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Not My Place [*]

“Didn’t his mama teach him anything?” “Doesn’t he know he shouldn’t be doing that?” “Who are they to tell me what to do?” “You do your thing and I’ll do my thing.” “I know I’m going to the good place when I die. I’m a good person. …Most of the time.” “Hey. You. Those two guys you were just talking to. They’re gay.” All these statements have at least two things in common. The obvious commonality is that they are statements about right and wrong and about impressing one’s sense of right and wrong on another person. More than that though, I heard all of these statements at the same place from the same group of people during the course of the past few weeks. Take a moment to think about where I might have heard this stuff… In a church perhaps. At the state capital building. At a dance studio. In a bar. Downtown. A pool hall. The gym. One of these answers is correct but probably not in the way you think. I heard all these statements at a church, during their weekly homeless outreach event. All these statements were made by homeless people about themselves and their peers.

On most Saturday mornings you can find me at a church downtown hanging out with people who are less fortunate than I. I dare say that the people I prefer to associate with most on these mornings are the people that mainstream society would consider to be the least worthy of my respect. Diseased. Dirty. Smelly. Degenerate. Castaway. Untouchable. Hopeless. These are all words used to describe this particular class of people. And not just by the whitewashed aristocrats. These people often see themselves this way. And it’s no wonder. Once you’ve heard something enough times, you begin to accept it as reality.

A few weeks ago, I met “Ms. Annette”. Ms. Annette is actually a man whose real name is Kenny. When I first approached Ms. Annette, she was all done up. Make up. Hair. Nails. As I tried to sit between her and someone I already knew, she politely said with a subtle southern accent, “Oh honey, you don’t want to sit here. We be talking ’bout things that are too much for your sensitive ears to handle.” I sat anyway. Moments later she was showing me family photos and reminiscing about her days as a showgirl and a prostitute. When Ms. Annette and I made eye contact from across the room this morning, she smiled and waved at me. So I went and sat with her and her friends. Just like the first time, she warned me that the current discussion topic was too much for my sensitive ears, but a few moments later I was showing her my family photos and she was sharing her favorite food recipes. On both occasions, without any prodding from me, Ms. Annette volunteered one of those quotes I used above: “I know I’m going to the good place when I die. I’m a good person.”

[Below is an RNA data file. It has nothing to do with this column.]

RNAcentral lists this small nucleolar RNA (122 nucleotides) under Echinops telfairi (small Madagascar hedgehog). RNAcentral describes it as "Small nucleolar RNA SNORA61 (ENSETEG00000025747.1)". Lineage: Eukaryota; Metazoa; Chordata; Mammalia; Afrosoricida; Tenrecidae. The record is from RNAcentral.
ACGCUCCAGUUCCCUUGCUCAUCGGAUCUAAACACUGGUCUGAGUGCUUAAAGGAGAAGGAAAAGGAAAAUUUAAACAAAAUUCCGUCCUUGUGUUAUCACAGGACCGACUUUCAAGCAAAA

Ms. Annette and I have different views about right and wrong. Also, I am sure that society as a whole sees us as being very different types of people, one being “better” than the other. By whose standard? God’s? The Bible says all have sinned and that by having done so we have all failed God’s judgment. We have all failed. Society’s standard? What does a society that has abandoned absolutes know about right and wrong? What I do know is that there is a standard of right and wrong that I am accountable to and that I consistently fall short of that standard. Ms. Annette may have a standard that looks different than mine, but I am sure if you’d ask her that she’d be the first to admit that she falls short too.

The Bible lays out high standards of morality that no human is capable of fully achieving. More to the point, these standards did not originate with me nor is it my responsibility to impress them upon others outside of my immediate family. To oversimplify, my role in this life, I believe, is to strive for perfection in my own life, accept my own failures as inevitable, and to love others unconditionally. It’s this last point that is the most important here. My job is to love others regardless of whether they are “good” or “bad”. My job is not to condemn or shun them for their sins. That is God’s job. I have enough sins of my own to work through.

If you disagree with anything I have just said, that’s okay. I won’t judge you. 🙂

“Whoever undertakes to set himself up as a judge of Truth and Knowledge is shipwrecked by the laughter of the gods.” ~Albert Einstein

“I am, as I am; whether hideous, or handsome, depends upon who is made judge.” ~Herman Melville

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